Sometimes I have the water pump turned on as I dump the buckets of water down the toilet and sometimes it’s turned off. Having it turned on means even more water flushes down, which is great, but it also uses up water from the fresh water tank. So, whether or not I have the water pump turned on depends on whether there are people waiting behind us at the dump station, as it will take a little longer for us to fill the fresh water tank if we flush a few extra gallons down the toilet as part of the dumping process.

Now that the black tank is completely flushed, Mark begins emptying our kitchen gray tank. We have two gray tanks, one for the kitchen and one for the shower. We empty the kitchen tank first because it is dirtier and has more things in it (like broccoli bits) than the shower gray tank which is just sudsy water.

While he works on emptying the two gray tanks, I get to work cleaning the toilet.

RV dump station tip woman cleans toilet and bathroom

If Mark is mucking around in gross stuff outside, the least I can do is muck around in gross stuff inside. This also gives us a clean bathroom when we set up camp.

Since we have a hatch in the toilet room that we leave open a lot, the toilet lid and the floor often get dusty in just a few days. So I remove everything from the toilet room and clean everything, including the floor.

Over the years we’ve found that the toilet bowl — more so than the black tank itself — can be a big source of foul odors. Unlike household toilets, RV toilet bowls are basically dry except during flushing, so urine can end up drying in the bowl and producing an odor.

Also, the flow of the flushing water doesn’t necessarily rinse every inch of the bowl, so some areas simply don’t get rinsed all that well, even when using the toilet’s spray nozzle. So, I go to town on the inside of the bowl as well as everything else.

We use two enzyme/bacteria based RV holding tank treatment products: Happy Campers RV holding tank treatment has worked best for us in extreme temperatures (very cold and very hot) and for controlling tank odors. RV Digest-It holding tank treatment has worked best for us in moderate temperatures to break down the solids in the tank.

Because these are both basically solutions of living critters, the toilet cleaning products we use can’t be too toxic or the colonies of feces-eating bacteria can’t get established and become self-perpetuating. I’ve been using Murphy’s Oil Soap for the last few years with good results.

This is the soap that is recommended for cleaning the rubber roofs on the tops of RV’s, which is why we had it on hand to try on the toilet a few years ago. In addition to being biodegradable, what we like about it for cleaning the toilet is that it assists in keeping both the seals in the toilet bowl and on the black holding tank valve lubricated. I used white vinegar for cleaning the toilet for a while, and after a few months the black tank valve got really sticky. Since switching to Murphy’s Oil Soap a few years ago, that valve hasn’t gotten gummed up.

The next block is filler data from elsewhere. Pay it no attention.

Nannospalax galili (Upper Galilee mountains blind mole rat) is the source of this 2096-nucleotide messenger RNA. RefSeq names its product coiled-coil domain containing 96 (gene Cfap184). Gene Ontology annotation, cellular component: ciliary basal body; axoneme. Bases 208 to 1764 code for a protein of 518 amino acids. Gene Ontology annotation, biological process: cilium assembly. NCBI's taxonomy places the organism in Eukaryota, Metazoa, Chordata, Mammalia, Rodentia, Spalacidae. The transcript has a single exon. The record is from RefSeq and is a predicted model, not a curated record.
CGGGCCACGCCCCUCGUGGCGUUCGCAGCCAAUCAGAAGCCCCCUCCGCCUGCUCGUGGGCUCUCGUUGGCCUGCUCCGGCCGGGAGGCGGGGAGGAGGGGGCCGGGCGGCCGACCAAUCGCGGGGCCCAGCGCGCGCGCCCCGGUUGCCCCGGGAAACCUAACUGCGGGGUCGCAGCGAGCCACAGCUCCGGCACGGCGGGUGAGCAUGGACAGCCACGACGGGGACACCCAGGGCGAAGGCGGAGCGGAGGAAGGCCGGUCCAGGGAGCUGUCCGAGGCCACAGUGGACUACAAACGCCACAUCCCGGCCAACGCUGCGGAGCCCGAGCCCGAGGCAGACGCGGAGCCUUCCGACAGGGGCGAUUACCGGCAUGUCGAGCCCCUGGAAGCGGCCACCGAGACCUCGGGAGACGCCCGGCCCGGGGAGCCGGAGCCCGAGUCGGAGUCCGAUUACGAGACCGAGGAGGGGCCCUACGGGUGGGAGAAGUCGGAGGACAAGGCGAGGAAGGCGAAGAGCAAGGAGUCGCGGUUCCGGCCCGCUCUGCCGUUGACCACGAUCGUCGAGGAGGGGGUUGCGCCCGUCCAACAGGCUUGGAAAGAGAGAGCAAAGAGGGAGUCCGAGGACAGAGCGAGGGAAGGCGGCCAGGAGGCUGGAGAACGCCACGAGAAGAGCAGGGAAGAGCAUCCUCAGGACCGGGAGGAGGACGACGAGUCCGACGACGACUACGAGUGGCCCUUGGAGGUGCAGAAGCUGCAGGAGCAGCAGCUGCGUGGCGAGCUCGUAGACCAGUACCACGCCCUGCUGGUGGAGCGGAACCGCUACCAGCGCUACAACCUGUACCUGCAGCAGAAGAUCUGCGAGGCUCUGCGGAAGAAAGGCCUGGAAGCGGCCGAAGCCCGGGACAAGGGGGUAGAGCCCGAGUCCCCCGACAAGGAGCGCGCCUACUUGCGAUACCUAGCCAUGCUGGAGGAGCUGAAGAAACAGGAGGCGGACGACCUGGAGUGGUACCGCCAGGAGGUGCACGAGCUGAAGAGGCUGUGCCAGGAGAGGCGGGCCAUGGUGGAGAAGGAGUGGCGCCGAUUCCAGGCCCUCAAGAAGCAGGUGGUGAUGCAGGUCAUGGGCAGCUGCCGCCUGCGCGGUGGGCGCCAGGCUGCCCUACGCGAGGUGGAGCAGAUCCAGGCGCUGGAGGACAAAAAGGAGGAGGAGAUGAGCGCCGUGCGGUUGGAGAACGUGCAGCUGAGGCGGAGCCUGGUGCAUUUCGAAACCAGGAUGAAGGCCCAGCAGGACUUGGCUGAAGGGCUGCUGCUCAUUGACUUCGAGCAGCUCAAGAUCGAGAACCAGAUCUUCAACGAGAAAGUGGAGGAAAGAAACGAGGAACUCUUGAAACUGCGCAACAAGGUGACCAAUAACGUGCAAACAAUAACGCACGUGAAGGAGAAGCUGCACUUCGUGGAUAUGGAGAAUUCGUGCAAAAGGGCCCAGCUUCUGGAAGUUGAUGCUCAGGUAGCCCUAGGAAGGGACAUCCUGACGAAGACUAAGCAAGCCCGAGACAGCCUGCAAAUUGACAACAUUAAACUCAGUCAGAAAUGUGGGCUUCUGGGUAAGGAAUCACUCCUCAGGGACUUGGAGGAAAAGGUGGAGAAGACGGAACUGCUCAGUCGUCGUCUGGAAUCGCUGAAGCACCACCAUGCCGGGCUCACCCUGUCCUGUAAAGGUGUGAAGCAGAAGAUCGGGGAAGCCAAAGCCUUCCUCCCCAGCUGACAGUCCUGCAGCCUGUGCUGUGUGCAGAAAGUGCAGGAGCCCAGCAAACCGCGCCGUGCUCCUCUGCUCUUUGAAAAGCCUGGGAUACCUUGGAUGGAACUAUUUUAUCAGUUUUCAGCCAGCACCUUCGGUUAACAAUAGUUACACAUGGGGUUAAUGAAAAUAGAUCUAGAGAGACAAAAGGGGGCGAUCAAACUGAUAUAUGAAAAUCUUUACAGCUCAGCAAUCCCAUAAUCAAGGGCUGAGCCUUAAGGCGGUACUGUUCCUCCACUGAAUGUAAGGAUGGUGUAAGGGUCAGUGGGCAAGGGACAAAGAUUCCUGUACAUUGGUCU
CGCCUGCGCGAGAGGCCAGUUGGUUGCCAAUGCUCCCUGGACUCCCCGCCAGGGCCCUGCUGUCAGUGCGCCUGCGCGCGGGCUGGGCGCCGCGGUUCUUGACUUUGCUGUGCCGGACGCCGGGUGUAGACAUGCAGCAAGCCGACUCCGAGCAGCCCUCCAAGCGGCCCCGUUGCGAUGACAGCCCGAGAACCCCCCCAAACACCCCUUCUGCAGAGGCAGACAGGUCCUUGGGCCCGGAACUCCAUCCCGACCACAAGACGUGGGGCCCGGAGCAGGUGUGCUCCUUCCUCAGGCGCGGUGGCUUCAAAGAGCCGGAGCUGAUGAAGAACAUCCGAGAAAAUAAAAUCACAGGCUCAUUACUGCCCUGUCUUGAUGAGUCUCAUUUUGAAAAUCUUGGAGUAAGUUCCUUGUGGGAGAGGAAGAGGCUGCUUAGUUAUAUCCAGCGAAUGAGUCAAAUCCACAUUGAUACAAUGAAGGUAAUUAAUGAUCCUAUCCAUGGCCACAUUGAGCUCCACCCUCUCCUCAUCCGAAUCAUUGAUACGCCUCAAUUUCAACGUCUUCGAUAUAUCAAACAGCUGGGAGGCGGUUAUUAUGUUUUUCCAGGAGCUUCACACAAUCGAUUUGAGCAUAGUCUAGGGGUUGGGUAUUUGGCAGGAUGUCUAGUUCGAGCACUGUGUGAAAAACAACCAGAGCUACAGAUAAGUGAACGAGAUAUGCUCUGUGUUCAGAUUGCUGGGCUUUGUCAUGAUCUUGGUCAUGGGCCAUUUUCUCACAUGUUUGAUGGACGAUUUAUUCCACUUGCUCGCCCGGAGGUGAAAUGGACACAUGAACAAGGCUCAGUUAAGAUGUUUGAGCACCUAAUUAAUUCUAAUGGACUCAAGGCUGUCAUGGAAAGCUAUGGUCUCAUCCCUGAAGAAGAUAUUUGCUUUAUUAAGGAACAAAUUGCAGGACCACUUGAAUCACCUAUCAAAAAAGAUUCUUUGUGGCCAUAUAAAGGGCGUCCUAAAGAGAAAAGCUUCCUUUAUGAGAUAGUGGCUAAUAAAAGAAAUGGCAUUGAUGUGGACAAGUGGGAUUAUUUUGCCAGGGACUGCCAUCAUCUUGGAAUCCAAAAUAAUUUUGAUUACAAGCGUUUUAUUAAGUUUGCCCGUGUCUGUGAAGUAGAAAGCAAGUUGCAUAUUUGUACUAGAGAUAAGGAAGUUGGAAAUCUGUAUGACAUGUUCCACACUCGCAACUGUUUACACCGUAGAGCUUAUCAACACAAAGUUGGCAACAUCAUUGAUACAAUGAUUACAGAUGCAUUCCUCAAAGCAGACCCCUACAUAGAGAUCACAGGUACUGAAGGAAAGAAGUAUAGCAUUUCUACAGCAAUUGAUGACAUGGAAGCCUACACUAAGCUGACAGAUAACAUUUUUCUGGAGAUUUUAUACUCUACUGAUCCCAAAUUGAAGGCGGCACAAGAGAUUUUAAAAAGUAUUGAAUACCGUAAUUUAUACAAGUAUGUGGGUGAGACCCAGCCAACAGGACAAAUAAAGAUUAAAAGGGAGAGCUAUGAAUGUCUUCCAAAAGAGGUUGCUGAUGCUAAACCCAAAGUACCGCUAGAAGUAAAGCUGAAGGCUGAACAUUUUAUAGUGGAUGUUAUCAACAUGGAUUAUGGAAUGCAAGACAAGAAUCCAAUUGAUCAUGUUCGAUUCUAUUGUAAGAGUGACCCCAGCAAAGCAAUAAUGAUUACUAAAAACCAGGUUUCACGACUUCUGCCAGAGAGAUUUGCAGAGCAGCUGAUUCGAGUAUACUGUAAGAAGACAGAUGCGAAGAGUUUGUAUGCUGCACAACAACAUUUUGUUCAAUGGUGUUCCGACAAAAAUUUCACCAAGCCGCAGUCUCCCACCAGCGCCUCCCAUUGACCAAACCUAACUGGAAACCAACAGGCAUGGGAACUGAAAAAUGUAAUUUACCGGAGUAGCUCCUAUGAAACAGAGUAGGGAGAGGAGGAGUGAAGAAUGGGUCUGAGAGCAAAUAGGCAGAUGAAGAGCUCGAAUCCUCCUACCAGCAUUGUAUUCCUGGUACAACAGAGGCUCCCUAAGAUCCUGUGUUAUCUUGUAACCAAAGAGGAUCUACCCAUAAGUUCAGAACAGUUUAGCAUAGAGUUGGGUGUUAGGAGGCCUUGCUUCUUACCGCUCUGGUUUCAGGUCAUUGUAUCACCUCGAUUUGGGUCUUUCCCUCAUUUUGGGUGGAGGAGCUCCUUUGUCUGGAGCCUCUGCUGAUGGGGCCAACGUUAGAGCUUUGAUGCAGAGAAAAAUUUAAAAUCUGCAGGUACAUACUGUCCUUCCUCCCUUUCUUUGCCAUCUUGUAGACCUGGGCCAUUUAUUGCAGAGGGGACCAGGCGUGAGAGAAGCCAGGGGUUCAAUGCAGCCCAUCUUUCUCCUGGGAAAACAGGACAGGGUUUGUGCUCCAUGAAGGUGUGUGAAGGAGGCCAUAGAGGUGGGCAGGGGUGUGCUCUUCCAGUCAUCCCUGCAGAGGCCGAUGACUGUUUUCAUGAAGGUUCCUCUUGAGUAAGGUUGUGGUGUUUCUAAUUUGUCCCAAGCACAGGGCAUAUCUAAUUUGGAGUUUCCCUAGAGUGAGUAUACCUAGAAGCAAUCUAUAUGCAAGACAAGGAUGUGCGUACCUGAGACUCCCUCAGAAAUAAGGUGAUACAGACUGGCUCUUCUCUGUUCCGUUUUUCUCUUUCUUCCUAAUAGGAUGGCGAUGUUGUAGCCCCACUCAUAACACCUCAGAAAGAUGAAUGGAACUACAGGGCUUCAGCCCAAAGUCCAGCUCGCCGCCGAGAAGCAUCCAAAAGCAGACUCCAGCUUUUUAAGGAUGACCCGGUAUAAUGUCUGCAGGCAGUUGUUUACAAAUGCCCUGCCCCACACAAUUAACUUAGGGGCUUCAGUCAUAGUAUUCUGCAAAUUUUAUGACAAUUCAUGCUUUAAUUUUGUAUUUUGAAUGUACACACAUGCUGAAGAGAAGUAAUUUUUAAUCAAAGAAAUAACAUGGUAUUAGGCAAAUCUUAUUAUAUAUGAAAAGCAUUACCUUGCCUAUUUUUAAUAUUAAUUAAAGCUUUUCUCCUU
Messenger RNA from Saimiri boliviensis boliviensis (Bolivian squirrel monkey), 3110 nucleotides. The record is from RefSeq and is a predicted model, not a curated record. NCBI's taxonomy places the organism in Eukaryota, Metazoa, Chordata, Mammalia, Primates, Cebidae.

Periodically, we’ve found the seals in the toilet bowl have stopped holding water which meant the bowl drained completely dry between flushes. This allowed foul odors to come up from the black water tank. This problem is usually due to mineral and gunk build-ups on the seal.

So, I give that seal a really good cleaning too. The critical areas are on both the top and bottom surfaces of the rubber seal, that is, between the seal and the toilet bowl (the top side) and underneath the seal where the dome flapper (the “waste ball”) closes up against it.

RV toilet assembly and flapper valve installation

A disassembled RV toilet shows what the rubber toilet seal looks like without the toilet bowl sitting on it. To prevent it from leaking and draining the toilet between flushes, I scrub both top and bottom of the rubber seal.

I make sure the water pump is off at this point and hold the toilet flush lever down so I can get at the underside of the seal.

Often, the build-up is due to having hard water in the fresh water tanks which is very common in Arizona and other western states where the fresh water comes from deep, mineral rich aquifers.

RV toilet flapper cleaning tips

The seal needs to be completely free of mineral deposits on both the top and bottom, so I clean the area between the seal and the bowl on the top (red arrow) and below the seal on the bottom (the backside of the seal in this view).

At this point, depending on what Mark is up to outside, I’ll move on to other cleaning projects. If we have nearly emptied our fresh water tanks prior to coming to the RV dump station, it may take 10 minutes to refill them. Also, sometimes the potable water spigot is a little ways beyond the waste water dump area, requiring Mark to move the whole rig a few feet forward.